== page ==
4. Wood Shim St. Patrick’s Day Art
  5. Handmade St. Patrick’s Day Card
  6. Woven Ribbon Shamrock
  7. Mosaic Paper Shamrocks
  8. St. Pat's Magic Mason Jar Vases
  9. Upcycled Yogurt Cups for St. Patrick's Day Treats
  10. Baby Food Jar Pot of Gold
  11. Patrick’s Day Clover Garden
  12. St. Paddy's Day Popsicle Stick Bracelets
  13. Green Felt Hair Accessories
  14. Borax Shamrock Crystals
  15. Four Leaf Clover Beaded Bracelet
  16. DIY Button Hair Clip
  17. Easy Potted Clover
  18. Paper Shamrock Bouquet
  19. Felt Shamrock Ring
  20. DIY Shamrock Headband
  21. Crochet Clover Leaf
  22. Wood Chevron St. Patrick’s Day Clover
  23. St. Patrick's Day Split Pea Wreath
  24. Washcloth Shamrock Heart Wall Decoration
  25. Upcycled Cereal Box Leprechaun Trap

How do you get crafty for St. Patrick's Day?

Feature image courtesy of Judith Doyle

8 DIY Bedding Alternatives For An Eco-Friendly Home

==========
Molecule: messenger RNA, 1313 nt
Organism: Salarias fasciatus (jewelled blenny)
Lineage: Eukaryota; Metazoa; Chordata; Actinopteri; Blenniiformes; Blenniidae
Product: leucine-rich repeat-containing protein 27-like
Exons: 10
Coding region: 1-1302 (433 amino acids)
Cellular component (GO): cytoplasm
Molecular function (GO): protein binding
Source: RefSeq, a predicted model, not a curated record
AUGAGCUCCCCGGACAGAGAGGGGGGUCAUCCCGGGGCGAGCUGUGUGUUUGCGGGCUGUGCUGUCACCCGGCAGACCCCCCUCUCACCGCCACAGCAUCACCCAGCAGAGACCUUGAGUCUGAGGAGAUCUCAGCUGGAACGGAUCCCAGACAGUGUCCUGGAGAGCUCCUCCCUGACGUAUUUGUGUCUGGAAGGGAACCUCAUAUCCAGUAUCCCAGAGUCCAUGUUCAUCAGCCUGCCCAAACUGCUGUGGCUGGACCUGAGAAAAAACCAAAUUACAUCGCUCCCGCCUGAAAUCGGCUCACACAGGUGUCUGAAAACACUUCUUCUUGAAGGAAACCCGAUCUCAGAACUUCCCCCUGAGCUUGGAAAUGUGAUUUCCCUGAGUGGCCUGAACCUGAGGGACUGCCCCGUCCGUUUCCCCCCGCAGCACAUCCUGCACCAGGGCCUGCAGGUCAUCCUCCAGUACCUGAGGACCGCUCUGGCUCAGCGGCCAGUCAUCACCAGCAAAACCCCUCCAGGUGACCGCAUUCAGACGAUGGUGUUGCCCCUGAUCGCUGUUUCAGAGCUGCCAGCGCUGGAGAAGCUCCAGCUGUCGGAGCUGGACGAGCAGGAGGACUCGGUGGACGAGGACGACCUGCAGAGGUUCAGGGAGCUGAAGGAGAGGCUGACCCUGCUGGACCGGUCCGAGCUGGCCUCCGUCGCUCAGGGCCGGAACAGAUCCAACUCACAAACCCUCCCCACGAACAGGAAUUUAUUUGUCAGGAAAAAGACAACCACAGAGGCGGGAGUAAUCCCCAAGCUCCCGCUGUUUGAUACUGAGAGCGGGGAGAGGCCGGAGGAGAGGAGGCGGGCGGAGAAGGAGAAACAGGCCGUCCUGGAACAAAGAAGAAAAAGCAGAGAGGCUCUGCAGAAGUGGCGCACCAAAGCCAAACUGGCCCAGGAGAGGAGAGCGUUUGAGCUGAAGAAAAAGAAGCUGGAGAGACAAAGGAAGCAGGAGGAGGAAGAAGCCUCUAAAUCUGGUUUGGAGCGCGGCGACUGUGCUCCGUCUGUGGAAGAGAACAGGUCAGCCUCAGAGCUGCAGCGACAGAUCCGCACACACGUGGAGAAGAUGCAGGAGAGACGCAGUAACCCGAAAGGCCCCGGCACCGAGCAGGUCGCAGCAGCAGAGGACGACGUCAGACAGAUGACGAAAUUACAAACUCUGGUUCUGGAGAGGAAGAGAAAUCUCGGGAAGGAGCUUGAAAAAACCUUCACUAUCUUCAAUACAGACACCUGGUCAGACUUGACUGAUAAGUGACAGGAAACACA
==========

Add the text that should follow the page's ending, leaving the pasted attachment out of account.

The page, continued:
When thinking of ways to make your home more eco-friendly, the pantry and cleaning products are often some of the more obvious places to start. But, did you know that your bedroom is filled with environmentally-friendly opportunities as well?

Yes, where you sleep and what you sleep on can be transformed into a green paradise.

Traditional bedding items are often packed with chemicals and dyes, and many also cause a lot of waste and pollution. There are a few organic and eco-friendly companies out there, but sometimes it feels good to craft things yourself (and save some money).

We’re going to go over how you can make your sleeping space as healthy and eco-friendly as you are. These DIY projects will require some crafty sewing skills, so being comfortable with a sewing machine is a plus.  Here are 8 DIY Bedding alternatives for your eco-friendly home.